Genetic Testing Explained
On January 8th, 2011, The Sydney Morning Herald released an article entitled ‘Exploring the genetic jungle can be fraught with danger’, discussing the perils of genetic testing. Particularly online genetic testing.
“The growth in online DNA testing raises a host of serious legal, ethical and medical concerns…different companies offer clients a different range of insights into their unique genetic variants, including those that could increase risks for more than 170 diseases, responses to drugs or whether a serious inherited condition could be passed on to children” says the Herald’s science editor Deborah Smith.
She goes on to report that “the growing DNA testing industry has come under recent attack from politicians and medical experts as at best a waste of money and at worst unreliable and potentially harmful”.
Indeed, US investigators fuelled these concerns when they sent away the same DNA samples to four different online genetic testing companies (23andMe, Navigenics, deCODEme and Pathway Genomics) and got back different predictions of disease risks.
Associate professor and director of the Centre for Genetics Education at Royal North Shore Hospital, Kristine Barlow-Stewart was not surprised by the results of this sting operation. She acknowledged that “the science behind many of the results is still in it’s infancy” and that “interpretations should be taken with a very large grain of salt”.
Dr. Craig Ventor, genome pioneer, also found discrepancies in testing results in his 2009 study. He commented that this is because companies use different disease markers and use different mathematical algorithms to calculate risks.
Emed’s Online Genetic Test bypasses these issues by only looking at genetic variants with the following three criteria:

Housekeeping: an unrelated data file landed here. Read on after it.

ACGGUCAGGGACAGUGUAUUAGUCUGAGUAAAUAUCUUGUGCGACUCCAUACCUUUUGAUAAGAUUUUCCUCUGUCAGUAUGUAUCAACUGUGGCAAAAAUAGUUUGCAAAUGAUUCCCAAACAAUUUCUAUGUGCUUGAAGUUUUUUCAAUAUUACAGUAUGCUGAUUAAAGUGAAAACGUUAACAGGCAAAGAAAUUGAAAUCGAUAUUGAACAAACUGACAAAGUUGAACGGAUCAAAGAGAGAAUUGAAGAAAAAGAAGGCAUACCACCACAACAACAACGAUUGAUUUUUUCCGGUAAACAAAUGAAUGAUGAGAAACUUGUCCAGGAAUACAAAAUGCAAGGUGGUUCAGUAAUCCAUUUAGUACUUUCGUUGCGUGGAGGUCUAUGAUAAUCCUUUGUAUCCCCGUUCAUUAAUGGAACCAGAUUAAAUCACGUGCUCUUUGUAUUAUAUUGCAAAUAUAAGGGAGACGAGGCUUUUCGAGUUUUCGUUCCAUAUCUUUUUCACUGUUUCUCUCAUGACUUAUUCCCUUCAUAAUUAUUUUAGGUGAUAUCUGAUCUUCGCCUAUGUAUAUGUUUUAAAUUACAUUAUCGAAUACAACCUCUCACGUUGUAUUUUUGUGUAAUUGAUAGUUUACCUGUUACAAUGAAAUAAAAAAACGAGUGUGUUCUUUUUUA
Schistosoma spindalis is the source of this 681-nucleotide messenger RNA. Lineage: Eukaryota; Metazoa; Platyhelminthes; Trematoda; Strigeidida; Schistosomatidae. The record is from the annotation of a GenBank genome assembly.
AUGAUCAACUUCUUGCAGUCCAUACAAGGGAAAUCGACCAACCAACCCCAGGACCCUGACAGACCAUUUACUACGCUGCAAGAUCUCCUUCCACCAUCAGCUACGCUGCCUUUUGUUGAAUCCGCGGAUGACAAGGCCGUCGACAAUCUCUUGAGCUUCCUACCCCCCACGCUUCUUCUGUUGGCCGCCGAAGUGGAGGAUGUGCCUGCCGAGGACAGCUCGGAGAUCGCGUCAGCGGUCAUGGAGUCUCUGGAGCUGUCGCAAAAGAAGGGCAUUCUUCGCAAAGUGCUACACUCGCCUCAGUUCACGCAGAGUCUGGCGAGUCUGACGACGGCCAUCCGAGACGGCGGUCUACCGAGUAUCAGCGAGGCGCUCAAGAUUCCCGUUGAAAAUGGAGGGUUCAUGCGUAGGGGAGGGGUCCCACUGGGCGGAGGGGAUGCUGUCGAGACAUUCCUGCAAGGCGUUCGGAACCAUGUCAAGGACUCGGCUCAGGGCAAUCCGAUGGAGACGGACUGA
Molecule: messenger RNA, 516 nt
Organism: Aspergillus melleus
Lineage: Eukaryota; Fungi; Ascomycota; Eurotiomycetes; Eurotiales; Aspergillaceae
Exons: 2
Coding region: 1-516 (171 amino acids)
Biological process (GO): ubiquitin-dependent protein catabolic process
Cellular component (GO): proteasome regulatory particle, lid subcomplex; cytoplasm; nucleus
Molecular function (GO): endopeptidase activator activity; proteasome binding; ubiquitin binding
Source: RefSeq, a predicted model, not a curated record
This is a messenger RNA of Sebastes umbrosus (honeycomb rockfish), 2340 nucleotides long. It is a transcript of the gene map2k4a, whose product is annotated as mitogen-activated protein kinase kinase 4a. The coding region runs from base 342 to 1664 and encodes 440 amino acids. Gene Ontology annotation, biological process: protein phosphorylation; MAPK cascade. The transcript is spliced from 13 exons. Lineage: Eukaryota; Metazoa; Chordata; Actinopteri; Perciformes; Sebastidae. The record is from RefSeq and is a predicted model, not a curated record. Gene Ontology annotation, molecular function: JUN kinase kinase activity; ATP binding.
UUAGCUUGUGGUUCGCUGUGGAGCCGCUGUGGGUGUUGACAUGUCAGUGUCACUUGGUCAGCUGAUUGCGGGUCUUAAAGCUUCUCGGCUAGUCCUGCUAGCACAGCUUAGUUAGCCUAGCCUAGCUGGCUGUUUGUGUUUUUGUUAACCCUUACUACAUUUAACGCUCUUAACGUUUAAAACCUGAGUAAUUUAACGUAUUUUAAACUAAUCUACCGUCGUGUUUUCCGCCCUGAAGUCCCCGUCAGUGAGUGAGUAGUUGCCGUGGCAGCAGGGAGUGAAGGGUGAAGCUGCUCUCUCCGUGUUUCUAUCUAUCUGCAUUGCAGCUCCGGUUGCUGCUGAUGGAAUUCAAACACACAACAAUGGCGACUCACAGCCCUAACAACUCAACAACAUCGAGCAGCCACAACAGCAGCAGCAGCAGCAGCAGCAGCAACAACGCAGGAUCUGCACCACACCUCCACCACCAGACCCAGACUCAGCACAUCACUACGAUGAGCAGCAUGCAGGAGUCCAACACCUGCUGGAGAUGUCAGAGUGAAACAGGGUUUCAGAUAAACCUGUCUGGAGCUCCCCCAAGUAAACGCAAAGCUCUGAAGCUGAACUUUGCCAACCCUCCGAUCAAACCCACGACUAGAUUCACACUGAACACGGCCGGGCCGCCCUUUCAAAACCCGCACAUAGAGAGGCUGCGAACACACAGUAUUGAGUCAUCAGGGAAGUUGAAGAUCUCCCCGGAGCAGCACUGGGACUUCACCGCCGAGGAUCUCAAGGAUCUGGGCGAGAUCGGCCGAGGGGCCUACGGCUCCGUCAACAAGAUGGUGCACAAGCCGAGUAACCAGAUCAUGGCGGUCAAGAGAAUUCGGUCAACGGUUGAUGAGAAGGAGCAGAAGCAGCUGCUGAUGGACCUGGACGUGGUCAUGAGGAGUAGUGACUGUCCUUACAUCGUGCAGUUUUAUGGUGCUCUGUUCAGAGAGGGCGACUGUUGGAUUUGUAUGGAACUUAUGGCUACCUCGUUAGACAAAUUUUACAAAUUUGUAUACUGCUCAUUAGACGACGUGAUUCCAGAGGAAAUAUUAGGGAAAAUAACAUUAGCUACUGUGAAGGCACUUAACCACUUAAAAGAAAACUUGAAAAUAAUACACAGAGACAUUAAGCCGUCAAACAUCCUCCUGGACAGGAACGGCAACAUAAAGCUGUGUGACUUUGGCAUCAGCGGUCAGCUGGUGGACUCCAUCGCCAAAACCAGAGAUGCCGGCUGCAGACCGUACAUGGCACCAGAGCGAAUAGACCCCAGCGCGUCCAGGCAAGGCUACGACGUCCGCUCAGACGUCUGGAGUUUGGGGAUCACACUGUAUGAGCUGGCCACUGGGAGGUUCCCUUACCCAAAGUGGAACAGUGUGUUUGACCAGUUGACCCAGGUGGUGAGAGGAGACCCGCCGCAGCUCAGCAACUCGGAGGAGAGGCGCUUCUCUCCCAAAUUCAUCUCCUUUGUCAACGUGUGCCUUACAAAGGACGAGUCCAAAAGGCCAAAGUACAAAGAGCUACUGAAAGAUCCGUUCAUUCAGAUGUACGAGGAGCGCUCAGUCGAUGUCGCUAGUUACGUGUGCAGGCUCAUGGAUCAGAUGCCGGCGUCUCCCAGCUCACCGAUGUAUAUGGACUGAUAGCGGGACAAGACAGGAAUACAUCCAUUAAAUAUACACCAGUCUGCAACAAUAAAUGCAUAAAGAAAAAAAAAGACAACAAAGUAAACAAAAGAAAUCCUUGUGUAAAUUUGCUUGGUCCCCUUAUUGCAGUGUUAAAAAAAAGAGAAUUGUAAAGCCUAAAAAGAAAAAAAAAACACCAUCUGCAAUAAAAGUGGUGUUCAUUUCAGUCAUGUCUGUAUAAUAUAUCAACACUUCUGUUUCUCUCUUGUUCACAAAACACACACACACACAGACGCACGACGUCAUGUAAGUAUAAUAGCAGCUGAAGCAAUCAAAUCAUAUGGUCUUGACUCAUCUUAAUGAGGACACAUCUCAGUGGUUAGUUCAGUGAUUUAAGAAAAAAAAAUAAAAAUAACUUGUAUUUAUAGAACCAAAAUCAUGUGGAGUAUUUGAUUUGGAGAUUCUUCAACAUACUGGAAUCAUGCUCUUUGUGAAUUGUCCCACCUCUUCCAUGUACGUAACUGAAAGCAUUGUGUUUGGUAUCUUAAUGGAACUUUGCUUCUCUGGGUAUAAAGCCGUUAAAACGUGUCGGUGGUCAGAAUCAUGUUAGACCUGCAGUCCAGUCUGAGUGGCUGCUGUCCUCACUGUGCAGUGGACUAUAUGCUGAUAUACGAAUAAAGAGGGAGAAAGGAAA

1. Emed only tests well studied and well documented genes that we know to impact our biochemical and physiological processes related to healthy living and healthy ageing. In this way we are moving away from the complications around testing for “disease” genes. Emed aims to proactively improve a person’s health rather than alarming them with possible disease risk.
2. Emed only looks at genes that a substantial proportion of the population have the variant/polymorphism for. In other words, we are more likely to find a genetic variant – rather than spending lots of time and money looking for an unlikely needle in a haystack, we are looking for ‘horses not zebras’.
3. Emed only tests genes where there are documented intervention (diet, lifestyle, supplementary measures) available to ameliorate deficiencies. In other words, if you do have a genetic variant, you can do something about it and compensate for it’s influence. This completely removes the fear factor and uncertainty that Professor Barlow-Stewart and others are worried about.
By only testing genes with the above criteria, Emed provides scientifically accurate advice to mitigate any predispositions towards risk and proactively maximises an individual’s potential of health.
There is a difference we must understand between general genetic testing and genetic testing involving ‘Nutrigenomics’ and ‘Epigenetics’.
Nutrigenomics studies the interaction between our genes, diet and lifestyle choices and gives us the ability to compensate for the influence of our genetic profile.
Epigenetics is the study of all factors that affect our gene functioning without changing their structure.
Many of the intimidating issues debated around genetic testing do not apply to the world of Nutrigenomics.
There is no problem of social stigma or worry about insurance discrimination because any gene variant you may have is going to be common in the population, well studied and provide ways for you to compensate for the influence of that particular gene variant.